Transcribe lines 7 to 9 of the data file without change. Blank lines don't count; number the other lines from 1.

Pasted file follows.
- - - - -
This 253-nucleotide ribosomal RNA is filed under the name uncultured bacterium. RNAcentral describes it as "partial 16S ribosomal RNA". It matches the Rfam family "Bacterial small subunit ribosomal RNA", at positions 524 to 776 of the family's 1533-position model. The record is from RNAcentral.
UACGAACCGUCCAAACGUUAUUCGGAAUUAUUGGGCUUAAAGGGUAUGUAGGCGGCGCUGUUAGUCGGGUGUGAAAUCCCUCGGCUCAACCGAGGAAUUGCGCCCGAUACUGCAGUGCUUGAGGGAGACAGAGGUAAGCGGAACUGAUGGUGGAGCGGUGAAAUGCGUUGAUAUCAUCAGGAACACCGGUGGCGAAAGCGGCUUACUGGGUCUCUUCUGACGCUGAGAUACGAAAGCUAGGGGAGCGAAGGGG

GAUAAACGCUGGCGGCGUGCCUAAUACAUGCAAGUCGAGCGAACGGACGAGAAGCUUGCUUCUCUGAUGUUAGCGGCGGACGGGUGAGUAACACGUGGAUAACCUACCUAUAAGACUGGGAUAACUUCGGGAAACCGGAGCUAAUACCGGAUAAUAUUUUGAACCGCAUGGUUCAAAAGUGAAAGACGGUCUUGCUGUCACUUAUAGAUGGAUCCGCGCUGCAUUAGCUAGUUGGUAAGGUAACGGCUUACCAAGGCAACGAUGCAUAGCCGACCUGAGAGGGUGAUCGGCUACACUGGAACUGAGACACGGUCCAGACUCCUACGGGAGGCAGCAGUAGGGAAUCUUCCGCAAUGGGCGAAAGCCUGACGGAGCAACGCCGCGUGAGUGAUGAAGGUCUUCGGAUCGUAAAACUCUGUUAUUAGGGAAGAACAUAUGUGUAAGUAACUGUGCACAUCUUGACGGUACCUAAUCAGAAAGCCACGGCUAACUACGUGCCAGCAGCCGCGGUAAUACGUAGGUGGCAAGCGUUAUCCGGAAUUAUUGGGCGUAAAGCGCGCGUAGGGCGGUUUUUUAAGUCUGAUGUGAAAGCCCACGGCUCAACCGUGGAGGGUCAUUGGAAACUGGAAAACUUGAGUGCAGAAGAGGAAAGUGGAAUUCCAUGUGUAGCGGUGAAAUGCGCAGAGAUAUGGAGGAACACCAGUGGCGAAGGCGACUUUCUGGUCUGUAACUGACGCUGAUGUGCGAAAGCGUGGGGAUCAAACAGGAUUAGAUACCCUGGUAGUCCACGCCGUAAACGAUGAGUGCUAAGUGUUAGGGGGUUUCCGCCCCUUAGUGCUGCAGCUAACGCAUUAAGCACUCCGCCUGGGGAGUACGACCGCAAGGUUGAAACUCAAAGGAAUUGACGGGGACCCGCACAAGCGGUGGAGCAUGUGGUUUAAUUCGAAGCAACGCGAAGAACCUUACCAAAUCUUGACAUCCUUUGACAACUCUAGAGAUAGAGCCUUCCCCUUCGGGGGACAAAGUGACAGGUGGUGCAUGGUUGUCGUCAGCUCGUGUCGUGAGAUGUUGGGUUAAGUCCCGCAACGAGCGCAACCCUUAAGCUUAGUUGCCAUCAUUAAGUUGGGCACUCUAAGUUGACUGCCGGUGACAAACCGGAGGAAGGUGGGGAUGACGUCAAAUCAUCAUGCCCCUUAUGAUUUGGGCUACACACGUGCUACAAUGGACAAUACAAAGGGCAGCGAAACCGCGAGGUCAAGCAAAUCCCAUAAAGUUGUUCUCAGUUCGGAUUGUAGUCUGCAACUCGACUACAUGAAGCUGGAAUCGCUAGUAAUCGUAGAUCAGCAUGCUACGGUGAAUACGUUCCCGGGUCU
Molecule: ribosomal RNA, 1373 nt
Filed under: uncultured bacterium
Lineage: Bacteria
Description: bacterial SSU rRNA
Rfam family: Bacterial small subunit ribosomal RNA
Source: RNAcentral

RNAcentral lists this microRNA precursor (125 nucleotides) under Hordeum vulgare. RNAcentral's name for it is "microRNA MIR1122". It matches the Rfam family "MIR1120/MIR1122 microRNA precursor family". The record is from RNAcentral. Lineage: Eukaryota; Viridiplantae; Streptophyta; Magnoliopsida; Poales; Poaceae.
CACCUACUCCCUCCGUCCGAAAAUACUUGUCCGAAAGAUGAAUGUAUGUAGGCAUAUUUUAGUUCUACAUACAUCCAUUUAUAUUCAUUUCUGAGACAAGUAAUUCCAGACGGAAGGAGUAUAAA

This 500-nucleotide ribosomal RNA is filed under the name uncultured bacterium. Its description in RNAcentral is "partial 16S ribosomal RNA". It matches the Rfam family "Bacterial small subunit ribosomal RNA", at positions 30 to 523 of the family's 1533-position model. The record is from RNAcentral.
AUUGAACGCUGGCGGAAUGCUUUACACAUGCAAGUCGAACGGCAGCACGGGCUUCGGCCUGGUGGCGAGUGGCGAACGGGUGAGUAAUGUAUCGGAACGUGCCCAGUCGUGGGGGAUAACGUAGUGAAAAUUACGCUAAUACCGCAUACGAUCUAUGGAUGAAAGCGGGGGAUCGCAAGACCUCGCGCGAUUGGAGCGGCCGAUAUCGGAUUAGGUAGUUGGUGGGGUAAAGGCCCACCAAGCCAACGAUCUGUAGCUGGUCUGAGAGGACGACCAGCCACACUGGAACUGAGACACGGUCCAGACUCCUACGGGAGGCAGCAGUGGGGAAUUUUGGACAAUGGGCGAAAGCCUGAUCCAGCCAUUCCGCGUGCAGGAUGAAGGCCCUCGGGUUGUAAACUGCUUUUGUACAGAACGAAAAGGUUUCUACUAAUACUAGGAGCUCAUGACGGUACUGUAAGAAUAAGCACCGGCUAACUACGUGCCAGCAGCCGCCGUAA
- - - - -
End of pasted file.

Description: bacterial SSU rRNA
Rfam family: Bacterial small subunit ribosomal RNA
Source: RNAcentral